Friday Film (23)

What is wrogn with this picture…?

I really do need to get this weekly series back on track: as regular readers will have noticed, several recent postings have remained unfinished — and, in some cases, even un-begun — because of time-consuming problems at this end that are either technical or biographical in nature.

With any luck, however, we will all find that these issues have now been resolved — which means that I ought to be able to ‘fill in the blanks’ from those past weeks, in addition to making some kind of ‘forward progress’ as these Fridays come round…

So what of today’s instalment…?

Well, have a look at the photo at the top right. What we see is, for a start, one of my current bêtes noires: a famous film, it would seem, has had its entirely adequate soundtrack electronically removed … simply so that a live orchestra can play it to a brain-dead audience in return for some money. But that particular topic is something that I’ve written about in a magazine article, so I don’t need to go on about it here.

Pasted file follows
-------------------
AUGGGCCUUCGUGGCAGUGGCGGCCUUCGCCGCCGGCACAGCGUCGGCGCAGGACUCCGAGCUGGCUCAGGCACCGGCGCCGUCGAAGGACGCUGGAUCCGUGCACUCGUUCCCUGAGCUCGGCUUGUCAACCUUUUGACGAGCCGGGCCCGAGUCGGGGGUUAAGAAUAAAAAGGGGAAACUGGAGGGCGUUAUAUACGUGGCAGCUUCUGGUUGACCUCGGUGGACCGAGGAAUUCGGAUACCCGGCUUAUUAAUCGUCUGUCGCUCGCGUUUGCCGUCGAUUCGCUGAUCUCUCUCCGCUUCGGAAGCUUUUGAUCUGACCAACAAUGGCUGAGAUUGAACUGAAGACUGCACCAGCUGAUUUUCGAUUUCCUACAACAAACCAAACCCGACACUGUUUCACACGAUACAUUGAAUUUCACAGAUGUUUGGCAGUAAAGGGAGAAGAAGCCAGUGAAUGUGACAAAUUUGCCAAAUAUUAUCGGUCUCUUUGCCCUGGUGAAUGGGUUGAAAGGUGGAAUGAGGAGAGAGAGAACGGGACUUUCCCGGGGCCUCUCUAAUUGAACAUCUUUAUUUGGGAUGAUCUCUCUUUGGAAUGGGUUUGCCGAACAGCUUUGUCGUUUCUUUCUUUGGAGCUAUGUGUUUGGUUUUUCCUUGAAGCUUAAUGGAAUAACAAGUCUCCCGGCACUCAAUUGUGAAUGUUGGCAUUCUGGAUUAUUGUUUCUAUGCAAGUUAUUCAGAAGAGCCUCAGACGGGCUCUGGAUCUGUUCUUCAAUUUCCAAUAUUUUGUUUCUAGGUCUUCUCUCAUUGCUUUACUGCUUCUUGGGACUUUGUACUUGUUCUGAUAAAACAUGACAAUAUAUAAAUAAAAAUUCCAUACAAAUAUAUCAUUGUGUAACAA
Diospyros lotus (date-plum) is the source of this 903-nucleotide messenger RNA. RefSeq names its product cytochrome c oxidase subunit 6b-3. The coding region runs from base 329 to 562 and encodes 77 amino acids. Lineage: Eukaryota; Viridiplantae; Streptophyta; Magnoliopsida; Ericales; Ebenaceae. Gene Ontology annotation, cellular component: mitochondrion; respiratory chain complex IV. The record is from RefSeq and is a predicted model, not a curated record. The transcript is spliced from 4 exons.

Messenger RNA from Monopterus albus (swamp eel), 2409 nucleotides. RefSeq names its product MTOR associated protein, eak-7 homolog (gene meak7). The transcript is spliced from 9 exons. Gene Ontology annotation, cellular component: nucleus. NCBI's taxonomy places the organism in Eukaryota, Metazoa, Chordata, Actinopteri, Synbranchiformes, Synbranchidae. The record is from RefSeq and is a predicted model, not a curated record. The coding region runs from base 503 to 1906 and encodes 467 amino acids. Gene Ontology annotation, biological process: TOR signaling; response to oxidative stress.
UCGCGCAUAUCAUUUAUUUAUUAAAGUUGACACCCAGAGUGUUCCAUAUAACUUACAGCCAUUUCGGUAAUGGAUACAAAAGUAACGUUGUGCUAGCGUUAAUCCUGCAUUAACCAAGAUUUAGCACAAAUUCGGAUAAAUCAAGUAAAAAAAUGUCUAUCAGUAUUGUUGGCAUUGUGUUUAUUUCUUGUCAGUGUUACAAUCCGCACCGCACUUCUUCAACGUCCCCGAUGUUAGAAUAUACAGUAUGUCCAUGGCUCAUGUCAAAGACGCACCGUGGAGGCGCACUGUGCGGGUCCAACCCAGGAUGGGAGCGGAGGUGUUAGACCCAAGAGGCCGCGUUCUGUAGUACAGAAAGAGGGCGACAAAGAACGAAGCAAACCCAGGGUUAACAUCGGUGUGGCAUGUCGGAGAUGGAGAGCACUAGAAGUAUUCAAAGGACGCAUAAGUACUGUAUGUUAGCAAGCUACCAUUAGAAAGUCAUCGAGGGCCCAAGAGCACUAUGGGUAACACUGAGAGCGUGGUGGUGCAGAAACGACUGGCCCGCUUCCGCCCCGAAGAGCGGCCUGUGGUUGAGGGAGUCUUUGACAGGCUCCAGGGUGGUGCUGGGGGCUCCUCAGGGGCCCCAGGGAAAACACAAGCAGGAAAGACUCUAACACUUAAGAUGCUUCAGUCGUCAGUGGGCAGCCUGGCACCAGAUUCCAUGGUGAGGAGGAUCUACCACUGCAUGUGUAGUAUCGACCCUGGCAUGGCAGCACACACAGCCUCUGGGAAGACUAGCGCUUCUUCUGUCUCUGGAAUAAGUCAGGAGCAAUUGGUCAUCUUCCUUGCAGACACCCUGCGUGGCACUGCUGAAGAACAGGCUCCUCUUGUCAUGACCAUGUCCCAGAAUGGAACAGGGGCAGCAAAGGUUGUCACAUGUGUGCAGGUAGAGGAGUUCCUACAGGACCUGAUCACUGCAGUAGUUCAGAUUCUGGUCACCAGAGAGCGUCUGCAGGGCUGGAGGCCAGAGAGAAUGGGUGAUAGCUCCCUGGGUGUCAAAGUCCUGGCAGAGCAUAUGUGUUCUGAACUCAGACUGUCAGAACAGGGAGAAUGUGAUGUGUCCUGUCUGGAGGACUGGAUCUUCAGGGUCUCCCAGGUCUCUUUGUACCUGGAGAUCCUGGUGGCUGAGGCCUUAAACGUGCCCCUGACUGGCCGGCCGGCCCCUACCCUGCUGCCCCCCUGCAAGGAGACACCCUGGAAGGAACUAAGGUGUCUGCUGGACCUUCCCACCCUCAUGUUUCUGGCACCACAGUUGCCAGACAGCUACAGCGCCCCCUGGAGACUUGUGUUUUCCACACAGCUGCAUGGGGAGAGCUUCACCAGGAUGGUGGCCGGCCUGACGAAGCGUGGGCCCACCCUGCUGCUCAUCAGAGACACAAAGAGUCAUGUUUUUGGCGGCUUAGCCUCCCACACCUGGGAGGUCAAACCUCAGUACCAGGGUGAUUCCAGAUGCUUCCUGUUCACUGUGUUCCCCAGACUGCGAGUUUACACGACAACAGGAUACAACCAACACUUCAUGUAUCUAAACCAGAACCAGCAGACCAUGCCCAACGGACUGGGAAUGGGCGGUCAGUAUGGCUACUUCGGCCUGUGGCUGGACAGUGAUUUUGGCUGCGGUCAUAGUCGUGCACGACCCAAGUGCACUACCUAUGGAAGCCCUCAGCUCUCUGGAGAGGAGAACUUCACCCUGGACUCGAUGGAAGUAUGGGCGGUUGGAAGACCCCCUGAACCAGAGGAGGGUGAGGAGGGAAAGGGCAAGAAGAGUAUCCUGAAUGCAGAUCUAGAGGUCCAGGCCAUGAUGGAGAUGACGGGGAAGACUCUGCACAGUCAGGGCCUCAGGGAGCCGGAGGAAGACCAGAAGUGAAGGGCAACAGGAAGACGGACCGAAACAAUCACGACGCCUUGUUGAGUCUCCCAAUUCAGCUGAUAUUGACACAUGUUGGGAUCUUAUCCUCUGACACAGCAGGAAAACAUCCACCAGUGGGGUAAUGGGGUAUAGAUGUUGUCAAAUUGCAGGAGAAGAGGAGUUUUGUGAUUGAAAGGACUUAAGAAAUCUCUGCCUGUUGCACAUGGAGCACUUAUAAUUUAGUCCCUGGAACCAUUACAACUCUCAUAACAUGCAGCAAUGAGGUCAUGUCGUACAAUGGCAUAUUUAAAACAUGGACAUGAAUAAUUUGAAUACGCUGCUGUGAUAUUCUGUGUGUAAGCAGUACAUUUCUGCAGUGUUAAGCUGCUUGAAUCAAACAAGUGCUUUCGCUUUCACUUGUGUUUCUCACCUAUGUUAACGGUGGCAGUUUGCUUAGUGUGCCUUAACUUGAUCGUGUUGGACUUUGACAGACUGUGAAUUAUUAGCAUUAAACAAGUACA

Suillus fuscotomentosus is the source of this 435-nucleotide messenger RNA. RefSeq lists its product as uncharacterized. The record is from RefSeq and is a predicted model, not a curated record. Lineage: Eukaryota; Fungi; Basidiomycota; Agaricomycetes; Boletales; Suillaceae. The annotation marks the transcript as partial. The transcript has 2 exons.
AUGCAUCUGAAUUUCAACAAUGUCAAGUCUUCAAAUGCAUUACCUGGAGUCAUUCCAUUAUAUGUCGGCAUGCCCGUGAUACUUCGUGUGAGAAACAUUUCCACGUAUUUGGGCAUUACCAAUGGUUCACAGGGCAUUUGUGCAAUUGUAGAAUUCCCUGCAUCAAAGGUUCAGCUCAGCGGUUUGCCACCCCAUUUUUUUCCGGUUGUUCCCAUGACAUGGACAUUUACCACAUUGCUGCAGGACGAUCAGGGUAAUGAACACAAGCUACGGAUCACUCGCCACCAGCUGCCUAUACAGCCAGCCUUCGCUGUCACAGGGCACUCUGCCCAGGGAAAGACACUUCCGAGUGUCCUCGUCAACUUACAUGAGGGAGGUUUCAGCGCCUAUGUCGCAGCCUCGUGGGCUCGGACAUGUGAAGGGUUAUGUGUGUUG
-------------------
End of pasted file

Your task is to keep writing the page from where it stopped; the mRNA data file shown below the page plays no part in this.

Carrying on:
As for the real and immediately relevant problem with that photo…

… See if you can work it out for yourself from a presentation of the actual scene that — according to our picture, at least! — is being musically accompanied by a full orchestra with seeming gusto…

Did you see the problem…?

Yes, you’re right: our picture — fraudulent product of ‘photoshopping’ that it manifestly is! — shows an orchestra (and its conductor) ‘accompanying’ a scene which, in reality, is one of the most spectacularly successful examples of musically unaccompanied film-making in Hollywood’s music-laden history.

And to clarify what is achieved by way of such music-less-ness, let me append three other videos…

The first adds a stretch of the film’s ‘authentic’ music to this footage in such a way that it can come to a moderately credible musical end just before the start of the ‘official’ soundtrack entry that helps to round off the scene…

… While the next two add entirely unconnected music that is very obviously much more ‘modern’ than the 1959 film to which it is attached…

Now, there are a few things to be said about what these three ‘revised’ versions do and don’t achieve: meet me here in a week’s time — with, of course, your own thoughtful reactions! — and we’ll go through them…


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